10 Nov 2021

10 Nov 2021

Review status: this preprint is currently under review for the journal SOIL.

The distribution of phosphorus from recycled fertilizers to different soil fractions determines the phosphorus availability in soil

Yuan Wang1,2, Wei Zhang1,2, Torsten Müller3, Prakash Lakshmanan2,6,7, Yu Liu4, Tao Liang2,5, Lin Wang5, Huaiyu Yang1,2, and Xinping Chen1,2 Yuan Wang et al.
  • 1College of Resources and Environment, Academy of Agricultural Sciences, Key Laboratory of Efficient Utilization of Soil and Fertilizer Resources, Southwest University, Chongqing, 400716, China
  • 2Interdisciplinary Research Center for Agriculture Green Development in Yangtze River Basin, Southwest University, Chongqing, China
  • 3Institution of Crop Science, University of Hohenheim, Stuttgart, 70593, Germany
  • 4College of life sciences, Zhejiang University, Zhejiang, 310058, China
  • 5Chongqing Academy of Agriculture Sciences, Chongqing 40000, China
  • 6Sugarcane Research Institute, Guangxi Academy of Agricultural Sciences, Nanning 530007, China
  • 7Queensland Alliance for Agriculture and Food Innovation, University of Queensland, St Lucia 4067, QLD, Australia

Abstract. Recycling of agricultural wastes to reduce mineral fertilizer input, in particular phosphorous (P), plays crucial role in sustainable agriculture production. Understanding the transformation of phosphorous (P) fractions and their bioavailability following soil application of different renewable P-contained fertilizers is very important for improving P use efficiency and reducing environmental risks. In this study, the effects of mineral P-fertilizer superphosphate and recycled P-fertilizers, i.e., poultry manure, cattle manure, maize straw and cattle bone meal, on their distribution to different soil P fractions, their transformation and the availability of soil P were determined by soil P sequential fractionation and 31P solution nuclear magnetic resonance (NMR). The results showed that addition of mineral P fertilizer, poultry manure and cattle manure increased P fixation in a red soil more than that in a fluvo-aquic soil. In both fluvo-aquic and red soils, cattle manure out-performed all other recycled P sources used in improving soil P availability. The concentration of Olsen-P in fluvo-aquic and red soils supplemented with cattle manure were increased by 41 %–380 % and 16 %–70 % than the other recycled P sources. A structural equation model (SEM) explained 95 % and 91 % of Olsen-P variation in fluvo-aquic and red soils, respectively. Labile P fractions had positive effects on Olsen-P of fluvo-aquic and red soils. 31P-NMR study showed that amount of orthophosphate was the main factor affecting the availability of P from different P sources. In summary, cattle manure was found to be a superior renewable source of P in improving bioavailable P in soil, and its use thus has considerable practical significance in P recycling.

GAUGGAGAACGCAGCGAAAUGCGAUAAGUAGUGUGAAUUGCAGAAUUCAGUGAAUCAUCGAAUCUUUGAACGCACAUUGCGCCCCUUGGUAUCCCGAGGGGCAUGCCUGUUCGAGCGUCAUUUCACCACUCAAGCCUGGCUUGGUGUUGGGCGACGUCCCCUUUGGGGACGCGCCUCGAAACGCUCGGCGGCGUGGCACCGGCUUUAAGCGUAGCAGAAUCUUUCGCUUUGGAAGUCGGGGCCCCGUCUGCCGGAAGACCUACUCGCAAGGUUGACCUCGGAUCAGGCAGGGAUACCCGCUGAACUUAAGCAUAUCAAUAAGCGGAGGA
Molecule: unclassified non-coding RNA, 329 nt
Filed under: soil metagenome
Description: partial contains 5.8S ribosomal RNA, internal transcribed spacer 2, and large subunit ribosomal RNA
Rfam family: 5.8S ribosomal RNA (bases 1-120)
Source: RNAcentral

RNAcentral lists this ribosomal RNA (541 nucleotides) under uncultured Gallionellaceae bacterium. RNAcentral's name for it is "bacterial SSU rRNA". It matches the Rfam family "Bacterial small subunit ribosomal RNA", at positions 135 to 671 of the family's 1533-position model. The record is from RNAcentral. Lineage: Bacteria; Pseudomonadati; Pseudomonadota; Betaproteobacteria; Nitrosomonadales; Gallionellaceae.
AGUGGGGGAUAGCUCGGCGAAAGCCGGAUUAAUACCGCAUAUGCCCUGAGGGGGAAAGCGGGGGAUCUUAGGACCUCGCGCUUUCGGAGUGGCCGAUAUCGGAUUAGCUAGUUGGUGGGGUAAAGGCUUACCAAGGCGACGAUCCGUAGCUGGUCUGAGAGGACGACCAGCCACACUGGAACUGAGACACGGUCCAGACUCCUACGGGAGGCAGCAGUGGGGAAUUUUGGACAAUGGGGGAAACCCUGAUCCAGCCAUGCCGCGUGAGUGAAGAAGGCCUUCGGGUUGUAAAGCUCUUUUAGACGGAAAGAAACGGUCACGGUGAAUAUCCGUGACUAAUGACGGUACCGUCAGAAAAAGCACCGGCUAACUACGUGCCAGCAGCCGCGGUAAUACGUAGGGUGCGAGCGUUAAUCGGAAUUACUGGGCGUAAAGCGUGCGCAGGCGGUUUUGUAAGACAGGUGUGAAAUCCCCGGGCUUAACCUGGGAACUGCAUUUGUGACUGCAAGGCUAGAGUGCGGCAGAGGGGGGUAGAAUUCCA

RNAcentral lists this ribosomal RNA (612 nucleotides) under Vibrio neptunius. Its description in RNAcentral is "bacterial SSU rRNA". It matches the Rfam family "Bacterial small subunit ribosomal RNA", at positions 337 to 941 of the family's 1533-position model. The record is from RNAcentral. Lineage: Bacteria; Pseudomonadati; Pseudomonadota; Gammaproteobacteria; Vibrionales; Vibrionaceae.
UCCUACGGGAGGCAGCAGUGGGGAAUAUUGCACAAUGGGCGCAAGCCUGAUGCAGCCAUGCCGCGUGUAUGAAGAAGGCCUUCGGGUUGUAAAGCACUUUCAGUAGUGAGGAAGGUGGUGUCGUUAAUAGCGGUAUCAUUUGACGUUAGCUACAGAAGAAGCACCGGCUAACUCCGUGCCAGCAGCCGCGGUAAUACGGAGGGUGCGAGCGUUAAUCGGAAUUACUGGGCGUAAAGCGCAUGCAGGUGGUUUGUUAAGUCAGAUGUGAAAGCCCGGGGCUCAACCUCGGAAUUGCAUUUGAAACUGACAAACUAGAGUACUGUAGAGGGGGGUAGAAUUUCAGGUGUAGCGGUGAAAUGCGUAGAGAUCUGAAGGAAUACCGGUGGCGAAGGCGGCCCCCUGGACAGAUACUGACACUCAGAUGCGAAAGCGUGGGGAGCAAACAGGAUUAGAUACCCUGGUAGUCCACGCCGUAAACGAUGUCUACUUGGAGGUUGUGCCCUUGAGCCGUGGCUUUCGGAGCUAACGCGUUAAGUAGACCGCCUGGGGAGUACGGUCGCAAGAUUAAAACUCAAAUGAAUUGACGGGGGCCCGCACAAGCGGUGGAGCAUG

Yuan Wang et al.

Status: open (until 29 Dec 2021)

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Yuan Wang et al.


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Short summary
The current study demonstrated that different P sources had different effects on soil P availability. They distributed P differently among different P fractions. Our result show that cattle manure out-performed all other recycled phosphorous (P) sources used in improving soil P availability. And addition of mineral P fertilizer, poultry manure and cattle manure increased P fixation in a red soil more than that in a fluvo-aquic soil.